Sunday, August 14, 2022

United Airlines promises more cost cuts as cash consumption rises

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United Airlines has pledged to step up its cost reduction efforts after its cash consumption increased in the fourth quarter due to interest payments on its growing debt and staff reduction costs.

Scott Kirby, managing director of the US carrier, said Covid-19 pandemic “Changed United Airlines forever” and that the company planned to make “structural cuts” that would make it “more profitable than ever”.

The company said that in two years it would beat the 15.8% margin on profit before interest, taxes, depreciation and amortization it posted in 2019, before the pandemic crushed demand for air travel.

But in the fourth quarter of 2020, the airline’s cash consumption increased to $ 33 million per day, from $ 25 million per day in the third quarter. The amount spent on debt service and severance payments to employees has increased from $ 4 million to $ 10 million per day.

United has cut 22,000 jobs because of the crisis, although it temporarily recalled some of those workers after US lawmakers approved $ 15 billion in additional aid to the struggling industry in December. Aid extends a payroll support program until March 31.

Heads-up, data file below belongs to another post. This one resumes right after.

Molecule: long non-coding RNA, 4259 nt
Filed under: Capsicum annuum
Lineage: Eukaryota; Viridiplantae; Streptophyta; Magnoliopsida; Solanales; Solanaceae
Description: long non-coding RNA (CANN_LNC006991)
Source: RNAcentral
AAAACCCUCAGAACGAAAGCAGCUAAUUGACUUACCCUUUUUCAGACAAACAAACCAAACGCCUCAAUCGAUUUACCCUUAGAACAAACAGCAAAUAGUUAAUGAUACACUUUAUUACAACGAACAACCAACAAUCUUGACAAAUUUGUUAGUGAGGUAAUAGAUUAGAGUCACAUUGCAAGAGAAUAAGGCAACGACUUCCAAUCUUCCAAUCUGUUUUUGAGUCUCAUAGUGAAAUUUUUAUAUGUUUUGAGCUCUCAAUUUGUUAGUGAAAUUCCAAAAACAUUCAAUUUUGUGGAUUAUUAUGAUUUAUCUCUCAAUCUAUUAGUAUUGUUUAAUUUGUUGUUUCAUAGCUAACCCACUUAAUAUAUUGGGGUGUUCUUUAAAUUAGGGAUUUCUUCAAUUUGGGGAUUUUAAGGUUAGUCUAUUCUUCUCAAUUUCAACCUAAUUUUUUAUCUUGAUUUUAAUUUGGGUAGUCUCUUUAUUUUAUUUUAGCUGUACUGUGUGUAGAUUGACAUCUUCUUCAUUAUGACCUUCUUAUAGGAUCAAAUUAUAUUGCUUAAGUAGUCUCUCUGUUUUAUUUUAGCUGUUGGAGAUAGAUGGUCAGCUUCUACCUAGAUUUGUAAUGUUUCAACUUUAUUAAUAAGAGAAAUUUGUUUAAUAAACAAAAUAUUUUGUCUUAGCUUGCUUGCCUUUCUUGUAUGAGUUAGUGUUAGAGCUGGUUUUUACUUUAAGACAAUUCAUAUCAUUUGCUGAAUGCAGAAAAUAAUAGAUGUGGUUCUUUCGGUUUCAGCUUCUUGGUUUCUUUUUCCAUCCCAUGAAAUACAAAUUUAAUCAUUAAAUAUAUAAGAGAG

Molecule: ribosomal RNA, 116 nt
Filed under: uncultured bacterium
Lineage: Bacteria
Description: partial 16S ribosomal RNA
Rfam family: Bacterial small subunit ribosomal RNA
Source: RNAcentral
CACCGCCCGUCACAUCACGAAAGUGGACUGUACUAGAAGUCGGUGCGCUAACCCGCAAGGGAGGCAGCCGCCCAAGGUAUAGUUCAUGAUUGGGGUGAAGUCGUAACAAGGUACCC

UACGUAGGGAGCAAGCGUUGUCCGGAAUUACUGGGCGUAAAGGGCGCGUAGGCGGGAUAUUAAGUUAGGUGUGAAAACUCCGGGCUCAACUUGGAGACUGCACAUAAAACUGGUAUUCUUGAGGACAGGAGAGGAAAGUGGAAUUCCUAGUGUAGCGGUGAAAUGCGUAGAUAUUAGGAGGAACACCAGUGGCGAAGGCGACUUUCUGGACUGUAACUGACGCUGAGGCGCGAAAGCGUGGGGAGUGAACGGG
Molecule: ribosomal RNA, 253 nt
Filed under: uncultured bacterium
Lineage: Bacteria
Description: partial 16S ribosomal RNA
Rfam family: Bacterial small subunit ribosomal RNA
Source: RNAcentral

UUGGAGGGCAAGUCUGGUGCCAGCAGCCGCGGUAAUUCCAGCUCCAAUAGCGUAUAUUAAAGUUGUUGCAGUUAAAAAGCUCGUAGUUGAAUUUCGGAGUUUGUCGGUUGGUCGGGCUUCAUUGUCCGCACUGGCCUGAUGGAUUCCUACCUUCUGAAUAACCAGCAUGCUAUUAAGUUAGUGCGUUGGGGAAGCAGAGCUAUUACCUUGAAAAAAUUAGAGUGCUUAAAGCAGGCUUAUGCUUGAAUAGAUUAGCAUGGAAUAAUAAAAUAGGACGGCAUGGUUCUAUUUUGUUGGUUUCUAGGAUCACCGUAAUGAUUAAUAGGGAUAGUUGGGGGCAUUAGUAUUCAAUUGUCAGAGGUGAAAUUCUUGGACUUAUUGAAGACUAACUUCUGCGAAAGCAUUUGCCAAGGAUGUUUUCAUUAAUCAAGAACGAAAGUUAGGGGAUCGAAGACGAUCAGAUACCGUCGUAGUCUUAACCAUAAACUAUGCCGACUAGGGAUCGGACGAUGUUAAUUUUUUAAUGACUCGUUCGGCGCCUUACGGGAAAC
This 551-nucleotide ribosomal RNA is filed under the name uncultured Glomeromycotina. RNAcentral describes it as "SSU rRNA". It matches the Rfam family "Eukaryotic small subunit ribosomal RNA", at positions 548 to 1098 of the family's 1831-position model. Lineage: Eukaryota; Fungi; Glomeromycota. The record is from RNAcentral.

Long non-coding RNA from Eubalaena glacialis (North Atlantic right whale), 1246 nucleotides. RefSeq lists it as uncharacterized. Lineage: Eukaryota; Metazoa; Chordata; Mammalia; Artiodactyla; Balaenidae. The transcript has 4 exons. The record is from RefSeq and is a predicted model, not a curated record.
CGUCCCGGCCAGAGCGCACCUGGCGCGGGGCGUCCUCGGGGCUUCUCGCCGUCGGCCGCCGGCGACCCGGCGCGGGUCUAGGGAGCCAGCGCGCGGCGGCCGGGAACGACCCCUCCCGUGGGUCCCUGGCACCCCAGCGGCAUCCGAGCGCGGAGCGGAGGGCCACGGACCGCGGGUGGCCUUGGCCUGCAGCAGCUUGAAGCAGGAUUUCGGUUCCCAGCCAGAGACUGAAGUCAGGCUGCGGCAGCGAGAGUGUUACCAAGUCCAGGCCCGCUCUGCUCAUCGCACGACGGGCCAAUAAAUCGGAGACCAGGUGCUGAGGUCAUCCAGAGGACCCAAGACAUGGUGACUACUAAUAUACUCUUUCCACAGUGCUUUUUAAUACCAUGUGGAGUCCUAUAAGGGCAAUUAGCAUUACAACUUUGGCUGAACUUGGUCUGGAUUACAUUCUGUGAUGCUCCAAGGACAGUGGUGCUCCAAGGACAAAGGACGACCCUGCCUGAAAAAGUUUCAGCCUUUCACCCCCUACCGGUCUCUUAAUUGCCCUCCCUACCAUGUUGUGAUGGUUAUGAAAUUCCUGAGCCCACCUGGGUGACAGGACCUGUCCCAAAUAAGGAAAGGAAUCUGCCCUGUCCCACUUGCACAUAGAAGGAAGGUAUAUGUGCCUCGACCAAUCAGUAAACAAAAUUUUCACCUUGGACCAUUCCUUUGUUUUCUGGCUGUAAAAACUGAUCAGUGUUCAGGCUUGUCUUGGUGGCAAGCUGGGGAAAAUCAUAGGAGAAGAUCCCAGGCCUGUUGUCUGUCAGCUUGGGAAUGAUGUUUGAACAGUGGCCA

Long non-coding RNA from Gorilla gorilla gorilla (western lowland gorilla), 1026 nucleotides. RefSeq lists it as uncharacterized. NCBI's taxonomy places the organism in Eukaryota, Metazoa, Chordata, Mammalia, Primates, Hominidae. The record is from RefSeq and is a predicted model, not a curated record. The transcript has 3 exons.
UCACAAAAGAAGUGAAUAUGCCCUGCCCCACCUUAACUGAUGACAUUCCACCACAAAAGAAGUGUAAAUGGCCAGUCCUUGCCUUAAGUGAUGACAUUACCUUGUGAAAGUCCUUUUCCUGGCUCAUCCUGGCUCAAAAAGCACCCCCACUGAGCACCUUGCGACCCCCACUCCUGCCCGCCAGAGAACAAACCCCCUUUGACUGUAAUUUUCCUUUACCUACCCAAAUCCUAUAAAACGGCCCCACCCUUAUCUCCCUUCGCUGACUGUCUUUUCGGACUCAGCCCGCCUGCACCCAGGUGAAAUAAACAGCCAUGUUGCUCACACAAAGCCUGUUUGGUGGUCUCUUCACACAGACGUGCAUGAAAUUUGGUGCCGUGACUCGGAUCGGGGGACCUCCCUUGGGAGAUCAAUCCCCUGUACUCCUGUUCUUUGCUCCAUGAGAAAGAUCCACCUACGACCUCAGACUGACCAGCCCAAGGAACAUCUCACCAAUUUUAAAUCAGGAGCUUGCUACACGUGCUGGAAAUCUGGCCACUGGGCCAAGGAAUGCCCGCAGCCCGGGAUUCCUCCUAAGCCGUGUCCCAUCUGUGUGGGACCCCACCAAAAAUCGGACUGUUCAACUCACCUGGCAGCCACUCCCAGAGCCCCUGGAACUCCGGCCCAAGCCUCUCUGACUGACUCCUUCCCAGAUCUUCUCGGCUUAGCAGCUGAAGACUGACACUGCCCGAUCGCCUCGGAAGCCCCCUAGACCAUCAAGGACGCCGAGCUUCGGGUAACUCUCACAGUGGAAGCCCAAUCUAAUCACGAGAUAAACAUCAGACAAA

The carrier was the second largest U.S. carrier after Delta Air Lines to release the results for 2020, a year that has punished airlines around the world as governments imposed travel restrictions. United reported a net loss of $ 1.9 billion for the fourth quarter and $ 7.1 billion for 2020 as a whole.

Operating revenue for the fourth quarter rose to $ 3.4 billion from $ 2.5 billion in the previous quarter as Americans chose to travel for the Thanksgiving and Christmas holidays despite government warnings. Revenue was still down 69% from the fourth quarter of 2019.

The Chicago-based company’s adjusted loss of $ 6.39 slightly exceeded the expectations of 23 analysts polled by FactSet, who were forecasting an adjusted loss of $ 6.62 per share on $ 3.4 billion in revenue.

United predicted that its capacity would be down 51% in the first quarter of 2021 compared to the same period in 2019, and that its revenue would be down 65 to 70%.

“Airlines are doing their best to control costs, but there is a limit,” Cowen analyst Helane Becker said in a note. “The industry needs a revenue recovery.”


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